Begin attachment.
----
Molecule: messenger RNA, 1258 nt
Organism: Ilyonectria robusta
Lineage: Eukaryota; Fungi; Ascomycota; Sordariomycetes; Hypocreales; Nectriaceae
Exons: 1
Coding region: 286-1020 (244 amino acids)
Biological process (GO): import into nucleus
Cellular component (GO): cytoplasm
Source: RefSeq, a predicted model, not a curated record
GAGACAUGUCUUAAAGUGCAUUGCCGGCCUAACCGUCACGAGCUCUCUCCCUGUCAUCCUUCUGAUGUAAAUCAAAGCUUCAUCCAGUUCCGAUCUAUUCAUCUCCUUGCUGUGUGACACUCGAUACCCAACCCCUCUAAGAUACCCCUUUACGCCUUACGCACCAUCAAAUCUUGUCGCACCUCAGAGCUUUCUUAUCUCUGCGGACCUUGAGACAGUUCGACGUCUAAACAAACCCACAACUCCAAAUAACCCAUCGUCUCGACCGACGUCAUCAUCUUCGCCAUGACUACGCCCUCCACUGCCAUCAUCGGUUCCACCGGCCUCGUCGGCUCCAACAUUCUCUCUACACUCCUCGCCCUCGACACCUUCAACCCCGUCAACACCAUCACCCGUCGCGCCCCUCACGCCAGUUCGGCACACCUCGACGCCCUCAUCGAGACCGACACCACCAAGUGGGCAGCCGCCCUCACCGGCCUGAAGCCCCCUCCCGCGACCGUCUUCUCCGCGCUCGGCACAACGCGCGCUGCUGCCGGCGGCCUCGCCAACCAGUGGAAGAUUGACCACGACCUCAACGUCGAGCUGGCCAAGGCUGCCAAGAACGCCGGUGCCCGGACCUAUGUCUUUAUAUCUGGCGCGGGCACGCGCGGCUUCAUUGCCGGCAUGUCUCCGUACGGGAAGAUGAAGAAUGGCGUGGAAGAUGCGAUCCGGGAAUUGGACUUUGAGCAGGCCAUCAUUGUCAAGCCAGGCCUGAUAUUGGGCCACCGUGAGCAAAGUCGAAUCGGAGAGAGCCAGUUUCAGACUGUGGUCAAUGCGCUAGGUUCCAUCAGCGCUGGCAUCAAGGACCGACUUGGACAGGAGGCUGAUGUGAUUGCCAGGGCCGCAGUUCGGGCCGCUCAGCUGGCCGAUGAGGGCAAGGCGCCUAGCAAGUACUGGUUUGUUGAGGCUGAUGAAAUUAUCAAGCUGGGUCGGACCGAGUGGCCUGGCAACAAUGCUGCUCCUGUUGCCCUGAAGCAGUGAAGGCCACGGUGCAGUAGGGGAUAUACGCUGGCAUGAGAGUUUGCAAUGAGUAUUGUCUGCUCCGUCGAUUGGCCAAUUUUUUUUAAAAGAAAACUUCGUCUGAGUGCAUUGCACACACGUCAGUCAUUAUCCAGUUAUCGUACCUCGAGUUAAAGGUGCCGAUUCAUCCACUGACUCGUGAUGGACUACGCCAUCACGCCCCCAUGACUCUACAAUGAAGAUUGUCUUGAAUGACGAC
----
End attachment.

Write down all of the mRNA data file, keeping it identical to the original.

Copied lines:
Molecule: messenger RNA, 1258 nt
Organism: Ilyonectria robusta
Lineage: Eukaryota; Fungi; Ascomycota; Sordariomycetes; Hypocreales; Nectriaceae
Exons: 1
Coding region: 286-1020 (244 amino acids)
Biological process (GO): import into nucleus
Cellular component (GO): cytoplasm
Source: RefSeq, a predicted model, not a curated record
GAGACAUGUCUUAAAGUGCAUUGCCGGCCUAACCGUCACGAGCUCUCUCCCUGUCAUCCUUCUGAUGUAAAUCAAAGCUUCAUCCAGUUCCGAUCUAUUCAUCUCCUUGCUGUGUGACACUCGAUACCCAACCCCUCUAAGAUACCCCUUUACGCCUUACGCACCAUCAAAUCUUGUCGCACCUCAGAGCUUUCUUAUCUCUGCGGACCUUGAGACAGUUCGACGUCUAAACAAACCCACAACUCCAAAUAACCCAUCGUCUCGACCGACGUCAUCAUCUUCGCCAUGACUACGCCCUCCACUGCCAUCAUCGGUUCCACCGGCCUCGUCGGCUCCAACAUUCUCUCUACACUCCUCGCCCUCGACACCUUCAACCCCGUCAACACCAUCACCCGUCGCGCCCCUCACGCCAGUUCGGCACACCUCGACGCCCUCAUCGAGACCGACACCACCAAGUGGGCAGCCGCCCUCACCGGCCUGAAGCCCCCUCCCGCGACCGUCUUCUCCGCGCUCGGCACAACGCGCGCUGCUGCCGGCGGCCUCGCCAACCAGUGGAAGAUUGACCACGACCUCAACGUCGAGCUGGCCAAGGCUGCCAAGAACGCCGGUGCCCGGACCUAUGUCUUUAUAUCUGGCGCGGGCACGCGCGGCUUCAUUGCCGGCAUGUCUCCGUACGGGAAGAUGAAGAAUGGCGUGGAAGAUGCGAUCCGGGAAUUGGACUUUGAGCAGGCCAUCAUUGUCAAGCCAGGCCUGAUAUUGGGCCACCGUGAGCAAAGUCGAAUCGGAGAGAGCCAGUUUCAGACUGUGGUCAAUGCGCUAGGUUCCAUCAGCGCUGGCAUCAAGGACCGACUUGGACAGGAGGCUGAUGUGAUUGCCAGGGCCGCAGUUCGGGCCGCUCAGCUGGCCGAUGAGGGCAAGGCGCCUAGCAAGUACUGGUUUGUUGAGGCUGAUGAAAUUAUCAAGCUGGGUCGGACCGAGUGGCCUGGCAACAAUGCUGCUCCUGUUGCCCUGAAGCAGUGAAGGCCACGGUGCAGUAGGGGAUAUACGCUGGCAUGAGAGUUUGCAAUGAGUAUUGUCUGCUCCGUCGAUUGGCCAAUUUUUUUUAAAAGAAAACUUCGUCUGAGUGCAUUGCACACACGUCAGUCAUUAUCCAGUUAUCGUACCUCGAGUUAAAGGUGCCGAUUCAUCCACUGACUCGUGAUGGACUACGCCAUCACGCCCCCAUGACUCUACAAUGAAGAUUGUCUUGAAUGACGAC